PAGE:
Vanguard VEo 235AB 3

When locked, the legs feel extremely sturdy. One of the three legs is equipped with a rubber wrap to aid gripping during wet or exceedingly cold conditions. To top it off, the rubber feet of the tripod retract to reveal traction spikes should you really find yourself shooting in difficult terrain.

Vanguard VEO 235AB feet

Some final thoughts

So far I haven’t found any situation where the tripod would not suffice for a multitude of uses. Outdoor photographers will love its compact size for hiking, and photographers on the go will dig its stashability.

The 235AB appears to be a fantastic little workhorse that strikes a keen balance between strength, style, and portability. I’m excited to put it to work out in the field and judging by the first impressions it shouldn’t disappoint.

At under $150 USD the Vanguard VEO 235AB is one of the better bargains to be had in the lightweight tripod market. Users of smaller DSLRs or mirrorless camera systems should strongly consider the Vanguard VEO 235AB as an option when searching for a sturdy option for a versatile, lightweight travel tripod.

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Adam Welch is a full-time photomaker, author, adventurer, educator, and self-professed bacon addict. You can usually find him on some distant trail making photographs or at his computer writing about all the elegant madness that is photography. Follow his blog over at aphotographist.com and check out his eBooks and Lightroom presets!.

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  • Robert Hansen

    I have the vanguard veo 204 ab. Ive been using it for about a year now. Its been to tennessee’s smoky mountains and up to the prokies in michigan’s U.P. it is similar to the 235. Minus the spiky feet uts basicall the same tripod. I love that thing and use it all the time. The independntly adjustable legs are great for shooting low over moving water and rocks. Its a fantastic little tripod.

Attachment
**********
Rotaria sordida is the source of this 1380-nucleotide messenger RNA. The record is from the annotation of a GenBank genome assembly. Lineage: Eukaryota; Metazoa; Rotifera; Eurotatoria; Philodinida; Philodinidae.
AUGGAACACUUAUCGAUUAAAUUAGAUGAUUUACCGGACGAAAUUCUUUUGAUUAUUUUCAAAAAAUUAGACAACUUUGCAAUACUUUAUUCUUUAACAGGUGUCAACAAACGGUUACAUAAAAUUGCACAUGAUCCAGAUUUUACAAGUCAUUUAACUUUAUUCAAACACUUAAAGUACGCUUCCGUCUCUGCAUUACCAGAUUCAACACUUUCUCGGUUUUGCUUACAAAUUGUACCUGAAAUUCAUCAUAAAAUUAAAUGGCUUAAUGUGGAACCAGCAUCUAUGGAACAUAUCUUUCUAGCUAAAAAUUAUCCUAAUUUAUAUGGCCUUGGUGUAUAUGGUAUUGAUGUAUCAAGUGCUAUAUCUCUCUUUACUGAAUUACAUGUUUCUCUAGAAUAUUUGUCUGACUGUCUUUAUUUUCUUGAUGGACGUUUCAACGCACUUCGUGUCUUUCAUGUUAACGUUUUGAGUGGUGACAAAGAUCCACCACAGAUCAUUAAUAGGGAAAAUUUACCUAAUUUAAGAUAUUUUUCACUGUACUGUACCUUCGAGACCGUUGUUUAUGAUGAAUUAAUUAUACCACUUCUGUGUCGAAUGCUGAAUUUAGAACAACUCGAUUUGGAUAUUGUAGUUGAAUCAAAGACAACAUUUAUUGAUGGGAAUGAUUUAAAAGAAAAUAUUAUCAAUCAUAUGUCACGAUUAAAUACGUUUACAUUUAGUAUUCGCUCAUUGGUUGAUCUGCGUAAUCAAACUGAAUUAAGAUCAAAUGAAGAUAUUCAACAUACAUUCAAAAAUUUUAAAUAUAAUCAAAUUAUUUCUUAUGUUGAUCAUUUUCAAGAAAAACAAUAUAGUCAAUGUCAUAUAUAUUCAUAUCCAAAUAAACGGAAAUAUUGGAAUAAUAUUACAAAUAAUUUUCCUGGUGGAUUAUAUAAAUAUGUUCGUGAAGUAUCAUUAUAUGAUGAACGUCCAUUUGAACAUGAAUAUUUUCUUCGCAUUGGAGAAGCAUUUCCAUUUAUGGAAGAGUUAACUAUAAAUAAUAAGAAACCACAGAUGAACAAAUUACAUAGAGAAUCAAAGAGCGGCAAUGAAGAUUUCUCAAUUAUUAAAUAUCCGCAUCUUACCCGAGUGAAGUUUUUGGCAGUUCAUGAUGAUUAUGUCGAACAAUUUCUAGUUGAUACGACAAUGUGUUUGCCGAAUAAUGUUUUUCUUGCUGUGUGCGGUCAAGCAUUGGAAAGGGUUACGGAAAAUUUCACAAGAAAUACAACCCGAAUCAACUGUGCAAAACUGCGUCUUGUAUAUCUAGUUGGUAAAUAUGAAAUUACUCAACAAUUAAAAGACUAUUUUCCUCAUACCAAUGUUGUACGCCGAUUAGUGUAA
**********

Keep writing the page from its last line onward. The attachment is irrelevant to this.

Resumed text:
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  • ExtraEyesPhotoTours

    I love my vanguard tripod. It fits right inside my suitcase and does not add too much weight yet is sturdy. We travel and write articles for Photography Magazine Extra and always jumping on planes. Perfect tripod for all of our trips. http://www.photomagx.com/ We also take it on all of our Photo Tours that we run for Extra Eyes Photo Tours. http://www.extraeyesphototours.com

  • Shelley Kennedy

    I”ve recently bought this tripod, but am concerned at the lightness of it and how flimsy it seems. I”m worried about how it might fare in windy conditions. Does anyone have experience of using this tripod in the wind? I know I’d need to weight it in some way but does it hold up well? I like the idea of this lightweight travel tripod and want to make sure it’s the right purchase, as I’ll soon be off for a 9 week overseas trips. I’ll be using a Fuji mirrorless camera with different lenses – no big beasts though! Any feedback would be welcomed. Thanks